Rare bright spot for India as exports pick up, imports fall

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August 12, 2013

NEW DELHI: India's exports rose 11.64% in July from a year earlier while imports fell, a rare bright spot for its struggling economy, but with the trade deficit almost unchanged pressure on the current account deficit and rupee currency remained high.

August 12, 2013

NEW DELHI: India's exports rose 11.64% in July from a year earlier while imports fell, a rare bright spot for its struggling economy, but with the trade deficit almost unchanged pressure on the current account deficit and rupee currency remained high.

At $25.83 billion, July exports were the highest since March, while imports fell 6.2% to $38.1 billion from a year ago, trade secretary S R Rao told reporters on Monday, citing provisional trade data.

However, despite the positive trends, the trade deficit of $12.27 billion in July was almost the same as in June.

Rao, India's top trade official, said uncertainty about where the rupee was headed meant companies had yet to see the full benefit of the weaker currency on foreign sales.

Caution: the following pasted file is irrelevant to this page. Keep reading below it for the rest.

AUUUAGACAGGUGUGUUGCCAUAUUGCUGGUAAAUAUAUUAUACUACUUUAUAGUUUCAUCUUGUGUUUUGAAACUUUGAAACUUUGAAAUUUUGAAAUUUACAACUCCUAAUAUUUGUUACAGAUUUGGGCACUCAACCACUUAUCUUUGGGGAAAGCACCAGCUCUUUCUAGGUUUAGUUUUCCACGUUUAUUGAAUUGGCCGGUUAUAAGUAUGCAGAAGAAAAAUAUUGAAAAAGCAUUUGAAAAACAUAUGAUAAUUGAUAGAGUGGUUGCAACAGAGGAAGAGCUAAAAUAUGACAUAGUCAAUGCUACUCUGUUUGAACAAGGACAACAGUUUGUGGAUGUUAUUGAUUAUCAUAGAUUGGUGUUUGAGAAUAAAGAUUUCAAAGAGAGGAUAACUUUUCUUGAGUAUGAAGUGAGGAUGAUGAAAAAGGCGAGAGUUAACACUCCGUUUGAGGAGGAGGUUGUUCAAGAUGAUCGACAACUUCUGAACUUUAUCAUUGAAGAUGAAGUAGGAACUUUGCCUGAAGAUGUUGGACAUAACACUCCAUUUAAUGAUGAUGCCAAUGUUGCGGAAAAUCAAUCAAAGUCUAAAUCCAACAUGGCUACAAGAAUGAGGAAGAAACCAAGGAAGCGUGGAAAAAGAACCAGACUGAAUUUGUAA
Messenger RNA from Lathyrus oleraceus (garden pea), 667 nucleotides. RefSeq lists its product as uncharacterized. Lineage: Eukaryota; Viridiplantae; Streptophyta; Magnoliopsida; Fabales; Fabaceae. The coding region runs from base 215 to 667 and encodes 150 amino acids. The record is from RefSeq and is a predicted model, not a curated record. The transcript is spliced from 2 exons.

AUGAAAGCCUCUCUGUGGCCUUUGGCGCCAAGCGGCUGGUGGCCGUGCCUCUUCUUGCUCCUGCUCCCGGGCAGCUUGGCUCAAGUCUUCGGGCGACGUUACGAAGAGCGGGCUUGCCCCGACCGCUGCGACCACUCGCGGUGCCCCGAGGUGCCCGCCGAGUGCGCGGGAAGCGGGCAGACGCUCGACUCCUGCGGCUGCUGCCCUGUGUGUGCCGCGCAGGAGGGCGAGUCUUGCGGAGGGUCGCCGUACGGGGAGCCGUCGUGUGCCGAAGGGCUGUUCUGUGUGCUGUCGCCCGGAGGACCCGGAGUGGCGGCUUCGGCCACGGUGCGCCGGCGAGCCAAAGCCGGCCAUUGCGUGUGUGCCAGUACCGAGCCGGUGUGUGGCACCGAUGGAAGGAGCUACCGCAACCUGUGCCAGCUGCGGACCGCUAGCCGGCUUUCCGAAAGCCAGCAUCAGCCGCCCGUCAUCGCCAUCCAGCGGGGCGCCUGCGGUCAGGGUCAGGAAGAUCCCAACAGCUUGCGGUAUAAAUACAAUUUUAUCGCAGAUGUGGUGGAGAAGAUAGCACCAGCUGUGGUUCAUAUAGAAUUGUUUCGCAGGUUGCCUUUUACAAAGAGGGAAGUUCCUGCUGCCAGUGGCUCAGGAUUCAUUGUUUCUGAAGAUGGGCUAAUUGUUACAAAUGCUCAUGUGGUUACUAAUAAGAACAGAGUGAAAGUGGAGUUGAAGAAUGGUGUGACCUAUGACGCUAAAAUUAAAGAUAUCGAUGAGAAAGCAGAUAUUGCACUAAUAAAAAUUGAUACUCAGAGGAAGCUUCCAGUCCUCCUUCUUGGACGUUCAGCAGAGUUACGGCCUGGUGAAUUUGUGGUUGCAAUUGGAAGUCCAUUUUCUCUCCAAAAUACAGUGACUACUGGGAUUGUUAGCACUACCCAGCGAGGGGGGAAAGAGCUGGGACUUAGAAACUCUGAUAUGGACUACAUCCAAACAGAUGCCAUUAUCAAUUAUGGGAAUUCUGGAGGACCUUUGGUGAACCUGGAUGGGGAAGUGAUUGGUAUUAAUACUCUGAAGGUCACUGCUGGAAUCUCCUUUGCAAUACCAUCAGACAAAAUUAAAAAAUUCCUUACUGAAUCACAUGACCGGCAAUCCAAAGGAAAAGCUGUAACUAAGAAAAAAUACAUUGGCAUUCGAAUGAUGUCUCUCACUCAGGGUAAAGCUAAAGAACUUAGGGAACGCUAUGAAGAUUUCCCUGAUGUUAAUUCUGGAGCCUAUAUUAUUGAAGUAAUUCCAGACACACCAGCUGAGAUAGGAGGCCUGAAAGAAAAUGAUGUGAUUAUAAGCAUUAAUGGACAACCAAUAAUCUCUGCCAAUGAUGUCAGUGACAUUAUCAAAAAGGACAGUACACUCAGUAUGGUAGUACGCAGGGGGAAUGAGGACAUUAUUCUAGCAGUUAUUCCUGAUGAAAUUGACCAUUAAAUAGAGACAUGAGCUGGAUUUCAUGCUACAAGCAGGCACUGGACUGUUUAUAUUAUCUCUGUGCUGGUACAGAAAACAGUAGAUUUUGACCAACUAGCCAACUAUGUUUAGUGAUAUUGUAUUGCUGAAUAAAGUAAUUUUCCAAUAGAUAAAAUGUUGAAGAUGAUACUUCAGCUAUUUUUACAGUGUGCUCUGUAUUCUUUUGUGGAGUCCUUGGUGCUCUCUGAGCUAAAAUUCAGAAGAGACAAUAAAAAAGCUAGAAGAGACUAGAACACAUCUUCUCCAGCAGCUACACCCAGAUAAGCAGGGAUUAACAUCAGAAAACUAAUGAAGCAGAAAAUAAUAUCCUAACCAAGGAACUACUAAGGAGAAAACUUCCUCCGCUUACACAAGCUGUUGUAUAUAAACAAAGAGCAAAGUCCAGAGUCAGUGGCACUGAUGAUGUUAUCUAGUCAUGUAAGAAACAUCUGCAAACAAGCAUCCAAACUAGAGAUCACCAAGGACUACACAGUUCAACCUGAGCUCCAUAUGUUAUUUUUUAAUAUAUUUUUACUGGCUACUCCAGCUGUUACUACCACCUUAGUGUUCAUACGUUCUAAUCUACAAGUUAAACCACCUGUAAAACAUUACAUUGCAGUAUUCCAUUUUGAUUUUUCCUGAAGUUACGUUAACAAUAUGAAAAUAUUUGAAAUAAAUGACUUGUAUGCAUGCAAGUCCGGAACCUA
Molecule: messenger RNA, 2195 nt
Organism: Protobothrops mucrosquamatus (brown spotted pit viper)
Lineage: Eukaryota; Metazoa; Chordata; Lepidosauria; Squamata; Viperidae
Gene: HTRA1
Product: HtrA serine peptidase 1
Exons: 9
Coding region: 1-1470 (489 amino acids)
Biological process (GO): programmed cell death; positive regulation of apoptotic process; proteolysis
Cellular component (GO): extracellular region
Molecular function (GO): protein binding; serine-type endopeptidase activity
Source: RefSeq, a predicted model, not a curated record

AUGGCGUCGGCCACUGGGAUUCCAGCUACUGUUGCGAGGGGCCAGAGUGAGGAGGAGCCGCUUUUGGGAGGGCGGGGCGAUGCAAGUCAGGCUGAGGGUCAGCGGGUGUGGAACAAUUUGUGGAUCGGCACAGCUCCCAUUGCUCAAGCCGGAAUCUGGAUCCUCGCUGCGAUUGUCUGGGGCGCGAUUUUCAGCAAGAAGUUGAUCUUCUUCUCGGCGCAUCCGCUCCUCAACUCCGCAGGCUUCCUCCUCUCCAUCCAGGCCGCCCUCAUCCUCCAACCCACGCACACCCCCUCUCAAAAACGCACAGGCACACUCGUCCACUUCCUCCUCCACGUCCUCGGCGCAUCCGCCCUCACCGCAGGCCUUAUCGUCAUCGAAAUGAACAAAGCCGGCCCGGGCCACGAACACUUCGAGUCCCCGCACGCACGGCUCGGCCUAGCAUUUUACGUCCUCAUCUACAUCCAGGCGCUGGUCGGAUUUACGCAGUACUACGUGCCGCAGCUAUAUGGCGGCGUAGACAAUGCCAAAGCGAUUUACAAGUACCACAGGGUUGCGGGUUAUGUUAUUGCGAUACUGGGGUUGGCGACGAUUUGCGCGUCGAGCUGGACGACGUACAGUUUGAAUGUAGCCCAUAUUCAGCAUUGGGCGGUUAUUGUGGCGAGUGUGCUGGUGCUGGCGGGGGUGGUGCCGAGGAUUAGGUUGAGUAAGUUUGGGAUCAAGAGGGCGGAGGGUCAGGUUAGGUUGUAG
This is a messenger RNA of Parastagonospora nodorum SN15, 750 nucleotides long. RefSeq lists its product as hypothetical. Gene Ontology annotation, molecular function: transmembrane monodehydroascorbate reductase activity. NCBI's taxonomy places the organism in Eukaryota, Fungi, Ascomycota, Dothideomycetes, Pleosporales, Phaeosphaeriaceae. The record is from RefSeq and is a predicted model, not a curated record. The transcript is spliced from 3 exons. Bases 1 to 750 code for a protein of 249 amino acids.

"A stable exchange rate helps exports. Volatility does not permit exporters to get full value from the depreciation," Rao said.

In a research note, RBS said a sharp fall in gold imports to $2.9 billion in July from $4.5 billion a year ago would likely help the trade deficit going forward.

"It does appear that the RBI's efforts to curtail gold purchases are finally starting to filter through," the note said.

The Reserve Bank of India and the government have taken a series of steps including increasing import duties to curb India's rampant demand for gold, which makes the country the world's biggest buyer.

Gold imports in May surged to a record $8.4 billion as people took advantage of falling prices.

The rupee has lost around 12% to the dollar since the start of May, caught up in an exodus of foreign investors from emerging markets after the U.S. Federal Reserve said it would begin scaling back stimulus measures.

To prop up the currency, which hit a record low of 61.80 to the dollar last week, the central bank last month engineered an increase in money-market interest rates in an effort to give investors in short-term rupee debt an incentive to keep their money in India.

The central bank unveiled further measures late last week to drain cash from the financial system by auctioning government cash management bills every week.

Expectations are high that Chidambaram will soon announce measures to draw in foreign inflows and restrict imports of non-essential.


Courtesy: Reuters